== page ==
There is a long-standing myth that touching newborn animals will cause their mothers to reject them. This is almost never true, and puppies are no exception. In fact, family dogs are often very tolerant of their favorite humans touching their babies. However, although touching a puppy won't make his momma reject him, that doesn't mean you should do it indiscriminately. Different breeders and veterinarians disagree on when and how often you should touch newborn puppies, but most do see eye-to-eye on a few basic guidelines.
Always take the mother dog's comfort into consideration when you attempt to handle very young puppies. If the mother is nervous, defensive or aggressive, back off. If momma is growling or trying to hide her puppies from you, touching them is a definite no-no. Momma dog's main job is to protect and care for her pups. She almost always knows best, so unless there's a veterinary emergency, you should follow her lead.
If momma dog is comfortable with you and doesn't show any signs of stress when you approach her new babies, most breeders recommend you begin gently petting them for a few minutes each day from the time she first gets them cleaned off and nursing. The idea is this early contact will habituate them to human beings and make bonding with their future human families easier and faster. This petting must be very gentle: simply stroke the puppies' backs with one finger. Stop immediately if the mother acts like this bothers her, and don't pet the pups for more than a few minutes at a time. Newborn puppies are very vulnerable to illness, so make sure you wash your hands very well with hot water and soap before and after touching them.
As a general rule you don't want to lift, hold or carry puppies younger then 3 weeks because they're very delicate and even a short fall could injure or kill them. You will have to lift them, though, while you're performing basic health and husbandry procedures. Most breeders recommend weighing new puppies once a day. Consult your veterinarian: she can tell you how to weigh your pups safely and how much weight they should be gaining daily based on their breed. She'll also tell you what to watch for to make sure the puppies are staying healthy. You'll probably need to trim the puppies' nails to make sure they don't hurt Momma while they're nursing. Most pups need this first nail trim by the time they're 10 days old. A vet, vet tech or professional groomer can show you how to do this safely and correctly.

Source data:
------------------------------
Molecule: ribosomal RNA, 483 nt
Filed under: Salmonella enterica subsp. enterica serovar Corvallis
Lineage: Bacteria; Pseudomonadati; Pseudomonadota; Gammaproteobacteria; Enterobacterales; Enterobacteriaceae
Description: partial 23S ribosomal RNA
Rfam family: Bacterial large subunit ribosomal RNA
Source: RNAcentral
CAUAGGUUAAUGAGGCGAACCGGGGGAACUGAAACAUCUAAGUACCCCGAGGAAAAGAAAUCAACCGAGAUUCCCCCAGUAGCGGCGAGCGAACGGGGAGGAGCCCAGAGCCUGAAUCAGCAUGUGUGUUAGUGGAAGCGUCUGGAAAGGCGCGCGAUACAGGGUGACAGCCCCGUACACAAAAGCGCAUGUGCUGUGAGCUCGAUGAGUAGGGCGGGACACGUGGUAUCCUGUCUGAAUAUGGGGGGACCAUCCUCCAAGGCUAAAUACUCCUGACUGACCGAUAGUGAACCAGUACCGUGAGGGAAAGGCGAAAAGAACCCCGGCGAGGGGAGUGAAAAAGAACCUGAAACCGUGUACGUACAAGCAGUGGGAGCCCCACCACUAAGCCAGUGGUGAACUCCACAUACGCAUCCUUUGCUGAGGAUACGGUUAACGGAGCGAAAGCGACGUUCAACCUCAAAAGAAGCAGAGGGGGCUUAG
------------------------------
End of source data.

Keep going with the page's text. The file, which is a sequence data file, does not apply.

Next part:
It's very rare for a mother dog to need assistance rearing her pups, but it does happen. Newborn puppies can't control their own body temperatures and they need to nurse almost constantly. They should stay snuggled up with each other and their mom for at least the first 10 days. If you see a puppy younger than 10 to 14 days old off by itself, this is a sign there's a veterinary emergency. The pup is either ill, too weak to nurse or too cold to find his way back to his mother. You need to rescue that puppy immediately. Wrap him against your skin inside a blanket to get his body temperature up and call your vet for instructions on what to do next. She can guide you through getting him to latch back onto a nipple, how to proceed if you have to begin emergency bottle feeding and how to tell if he needs veterinary care.
By Angela Libal
Dapper Dog Training: When Can You Hold Puppies?
Rehabber's Den: Neonate Care - Hand-rearing New-born Puppies
Hilltop Animal Hospital: Care of Mother Dogs and Puppies
Terrific Pets: Caring for Newborn Puppies
Myra Savant-Harris: Puppy Intensive Care - A Breeder's Guide to Care of Newborn Puppies
American Association for the Prevention of Cruelty to Animals: Newborn Puppy Care
About the Author
Angela Libal began writing professionally in 2005. She has published several books, specializing in zoology and animal husbandry. Libal holds a degree in behavioral science: animal science from Moorpark College, a Bachelor of Arts from Sarah Lawrence College and is a graduate student in cryptozoology.